Considering that the World Cup of Golf is on its sixth official name, went AWOL twice in the 1980s or again in 2010, and is no longer an annual event, it’s not too disrespectful to those involved in this week’s SPS Handa World Cup of Golf in Australia to say that the event’s biggest imprint on the golf world’s psyche was back in the days Arnold Palmer and Jack Nicklaus were dominating the international affair.
It could also be living in the nostalgic haze after Palmer’s September passing, but from the first playing in 1953 through the early 1970s, the two-man team event, run by the International Golf Association, showcased golf’s star power, and Arnie and Jack were Exhibit A, sometimes in the same year.
One thing that hasn’t changed in the 63 years of play is the monster-sized cup given to the winners, which is big enough to bathe in (see above). United States teams have won it 24 times and been second 10 times, and among the American razzle-dazzlers have been Ben Hogan and Sam Snead in 1956, then Snead teamed with Palmer (1960), Jimmy Demaret (1961) and Palmer (1962) to win three in a row. Arnie won four times with Nicklaus in 1963, 1964, 1966, and 1967. Jack got two more titles with Lee Trevino (1971) and Johnny Miller (1973). The six team victories each by Palmer and Nicklaus are the most in World Cup history. It wasn’t too far down the road from 1973 that the shine on the event was dulled as more global tournaments took away the novelty of the event, and star golfers started passing on playing in it.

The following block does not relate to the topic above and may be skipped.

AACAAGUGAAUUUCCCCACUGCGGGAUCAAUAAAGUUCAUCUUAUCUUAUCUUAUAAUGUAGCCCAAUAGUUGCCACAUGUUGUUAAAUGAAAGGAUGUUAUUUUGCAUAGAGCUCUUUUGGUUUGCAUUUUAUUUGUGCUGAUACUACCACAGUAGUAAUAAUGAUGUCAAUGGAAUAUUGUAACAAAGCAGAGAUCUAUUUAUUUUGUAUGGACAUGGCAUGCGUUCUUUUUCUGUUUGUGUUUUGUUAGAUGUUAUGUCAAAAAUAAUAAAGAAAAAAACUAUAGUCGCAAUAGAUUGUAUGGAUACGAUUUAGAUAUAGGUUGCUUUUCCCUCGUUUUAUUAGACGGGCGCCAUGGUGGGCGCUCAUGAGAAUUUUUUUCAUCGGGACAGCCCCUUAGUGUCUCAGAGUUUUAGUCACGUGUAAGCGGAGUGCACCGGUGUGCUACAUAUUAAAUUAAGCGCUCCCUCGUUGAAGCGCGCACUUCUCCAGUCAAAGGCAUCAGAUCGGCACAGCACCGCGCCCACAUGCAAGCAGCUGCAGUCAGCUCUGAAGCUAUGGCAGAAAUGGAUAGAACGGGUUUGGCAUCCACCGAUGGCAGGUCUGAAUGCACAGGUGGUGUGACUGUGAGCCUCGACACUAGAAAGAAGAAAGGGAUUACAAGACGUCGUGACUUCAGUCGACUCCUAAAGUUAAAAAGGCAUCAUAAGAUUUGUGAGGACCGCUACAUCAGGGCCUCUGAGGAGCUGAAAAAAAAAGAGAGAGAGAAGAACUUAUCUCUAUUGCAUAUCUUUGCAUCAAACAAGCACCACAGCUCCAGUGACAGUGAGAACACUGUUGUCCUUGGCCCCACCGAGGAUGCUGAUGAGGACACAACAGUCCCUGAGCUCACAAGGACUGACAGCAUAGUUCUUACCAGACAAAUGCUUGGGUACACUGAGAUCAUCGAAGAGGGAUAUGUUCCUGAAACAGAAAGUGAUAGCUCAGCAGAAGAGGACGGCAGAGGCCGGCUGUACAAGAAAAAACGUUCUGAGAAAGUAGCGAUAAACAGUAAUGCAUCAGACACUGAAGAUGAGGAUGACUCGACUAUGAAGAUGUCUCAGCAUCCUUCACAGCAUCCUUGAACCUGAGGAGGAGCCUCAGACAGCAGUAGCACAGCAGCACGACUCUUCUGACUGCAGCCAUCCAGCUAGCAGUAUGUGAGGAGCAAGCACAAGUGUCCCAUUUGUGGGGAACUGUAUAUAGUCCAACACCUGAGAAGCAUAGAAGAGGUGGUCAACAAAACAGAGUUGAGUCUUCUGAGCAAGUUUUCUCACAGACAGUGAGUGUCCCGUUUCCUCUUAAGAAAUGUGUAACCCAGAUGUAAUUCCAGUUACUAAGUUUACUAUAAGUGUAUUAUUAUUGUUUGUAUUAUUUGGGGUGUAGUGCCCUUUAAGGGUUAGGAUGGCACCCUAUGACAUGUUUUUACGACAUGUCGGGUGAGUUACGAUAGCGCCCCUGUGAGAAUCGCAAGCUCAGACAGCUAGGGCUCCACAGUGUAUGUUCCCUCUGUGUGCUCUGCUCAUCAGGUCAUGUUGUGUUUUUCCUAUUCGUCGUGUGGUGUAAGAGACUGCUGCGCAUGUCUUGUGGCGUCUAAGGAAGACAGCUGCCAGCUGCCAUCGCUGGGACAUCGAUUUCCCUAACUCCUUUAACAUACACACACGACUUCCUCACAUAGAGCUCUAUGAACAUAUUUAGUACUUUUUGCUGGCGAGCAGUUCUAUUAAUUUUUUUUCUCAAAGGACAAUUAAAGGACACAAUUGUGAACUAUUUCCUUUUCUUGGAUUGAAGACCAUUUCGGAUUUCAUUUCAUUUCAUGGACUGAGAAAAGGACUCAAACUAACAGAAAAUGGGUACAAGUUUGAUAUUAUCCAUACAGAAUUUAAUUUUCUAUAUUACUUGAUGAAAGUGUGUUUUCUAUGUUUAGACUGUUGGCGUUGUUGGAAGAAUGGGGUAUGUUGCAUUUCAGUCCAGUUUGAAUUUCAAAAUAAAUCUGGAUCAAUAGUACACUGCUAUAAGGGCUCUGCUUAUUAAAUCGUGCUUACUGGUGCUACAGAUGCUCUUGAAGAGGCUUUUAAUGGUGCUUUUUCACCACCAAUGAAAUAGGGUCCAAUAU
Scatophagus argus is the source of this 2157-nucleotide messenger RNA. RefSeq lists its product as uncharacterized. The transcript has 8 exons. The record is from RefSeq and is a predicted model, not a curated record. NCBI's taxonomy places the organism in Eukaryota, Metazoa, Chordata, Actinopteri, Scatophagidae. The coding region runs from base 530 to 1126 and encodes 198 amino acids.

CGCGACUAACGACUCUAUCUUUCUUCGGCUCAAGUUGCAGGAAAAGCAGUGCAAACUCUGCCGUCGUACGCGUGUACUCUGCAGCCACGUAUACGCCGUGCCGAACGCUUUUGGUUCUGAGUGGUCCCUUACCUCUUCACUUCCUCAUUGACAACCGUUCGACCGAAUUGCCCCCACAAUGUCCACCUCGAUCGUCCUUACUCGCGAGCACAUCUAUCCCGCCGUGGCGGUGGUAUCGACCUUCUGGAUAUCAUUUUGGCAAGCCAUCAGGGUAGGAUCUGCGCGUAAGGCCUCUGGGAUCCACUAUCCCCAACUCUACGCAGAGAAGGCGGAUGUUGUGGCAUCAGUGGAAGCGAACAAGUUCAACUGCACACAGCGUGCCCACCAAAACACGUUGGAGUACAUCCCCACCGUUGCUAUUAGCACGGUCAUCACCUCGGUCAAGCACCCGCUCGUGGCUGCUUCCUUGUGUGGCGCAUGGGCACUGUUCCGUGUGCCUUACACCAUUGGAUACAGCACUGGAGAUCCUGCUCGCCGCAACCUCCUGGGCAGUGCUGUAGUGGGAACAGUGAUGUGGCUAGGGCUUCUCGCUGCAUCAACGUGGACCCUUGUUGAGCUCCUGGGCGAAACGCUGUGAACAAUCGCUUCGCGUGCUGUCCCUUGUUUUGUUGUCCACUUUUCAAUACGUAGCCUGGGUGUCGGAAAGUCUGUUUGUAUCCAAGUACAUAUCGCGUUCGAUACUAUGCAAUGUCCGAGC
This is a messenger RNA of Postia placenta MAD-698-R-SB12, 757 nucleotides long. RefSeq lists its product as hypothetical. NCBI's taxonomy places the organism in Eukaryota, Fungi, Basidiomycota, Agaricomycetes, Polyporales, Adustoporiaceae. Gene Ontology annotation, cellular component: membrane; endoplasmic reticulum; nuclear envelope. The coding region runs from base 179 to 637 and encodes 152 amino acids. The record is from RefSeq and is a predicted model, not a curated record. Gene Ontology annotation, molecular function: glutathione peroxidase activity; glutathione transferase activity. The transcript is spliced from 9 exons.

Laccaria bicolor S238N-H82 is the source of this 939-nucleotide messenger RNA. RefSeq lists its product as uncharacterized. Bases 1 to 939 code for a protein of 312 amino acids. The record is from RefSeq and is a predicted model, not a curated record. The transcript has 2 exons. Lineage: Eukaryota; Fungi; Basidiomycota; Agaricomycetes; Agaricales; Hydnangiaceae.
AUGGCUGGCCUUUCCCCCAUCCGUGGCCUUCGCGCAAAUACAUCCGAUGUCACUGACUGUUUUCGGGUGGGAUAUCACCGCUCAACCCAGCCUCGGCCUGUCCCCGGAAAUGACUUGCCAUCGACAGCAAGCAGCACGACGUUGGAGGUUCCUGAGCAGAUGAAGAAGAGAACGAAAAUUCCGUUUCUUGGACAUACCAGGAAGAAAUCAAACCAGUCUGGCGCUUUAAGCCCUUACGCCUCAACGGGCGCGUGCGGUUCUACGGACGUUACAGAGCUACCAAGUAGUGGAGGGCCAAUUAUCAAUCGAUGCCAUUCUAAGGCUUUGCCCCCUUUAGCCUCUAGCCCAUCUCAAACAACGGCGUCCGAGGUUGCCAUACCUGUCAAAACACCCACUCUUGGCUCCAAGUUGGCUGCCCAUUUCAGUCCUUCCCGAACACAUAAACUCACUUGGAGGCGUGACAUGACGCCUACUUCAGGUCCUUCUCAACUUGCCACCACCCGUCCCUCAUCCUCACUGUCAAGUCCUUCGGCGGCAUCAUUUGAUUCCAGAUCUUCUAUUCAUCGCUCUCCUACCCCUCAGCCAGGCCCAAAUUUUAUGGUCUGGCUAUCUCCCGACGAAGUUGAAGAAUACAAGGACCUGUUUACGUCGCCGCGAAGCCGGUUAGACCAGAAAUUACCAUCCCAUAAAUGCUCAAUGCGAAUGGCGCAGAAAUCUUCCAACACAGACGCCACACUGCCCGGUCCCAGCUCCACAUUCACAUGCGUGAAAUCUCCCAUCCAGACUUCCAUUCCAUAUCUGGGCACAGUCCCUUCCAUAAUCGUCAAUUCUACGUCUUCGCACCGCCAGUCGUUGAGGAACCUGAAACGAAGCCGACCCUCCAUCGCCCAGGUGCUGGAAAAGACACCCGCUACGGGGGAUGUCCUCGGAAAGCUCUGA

So we are 50 years on from when Palmer-Nicklaus won in the final year the tournament was called its original name, The Canada Cup. Played in Tokyo, the 14th playing went to the Americans by five shots over Gary Player and Harold Henning of South Africa, with Canadian George Knudson the individual winner in a playoff with Japan’s Hideyo Sugimoto on a rainy, cold final day.
Next year will be a special 50th anniversary for the event: its name change to World Cup, Palmer’s lone individual victory, in Mexico City, and the final victory for team Palmer & Nicklaus. Of their success, Nicklaus, who was individual winner in ’63, ’64 and ’71, wrote in “The Greatest Game of All”: “Our record in the World Cup stems, I believe, from the fact that we concentrate primarily on playing as a team and we forget about the concurrent individual competition—at least until we have the team championship wrapped up.”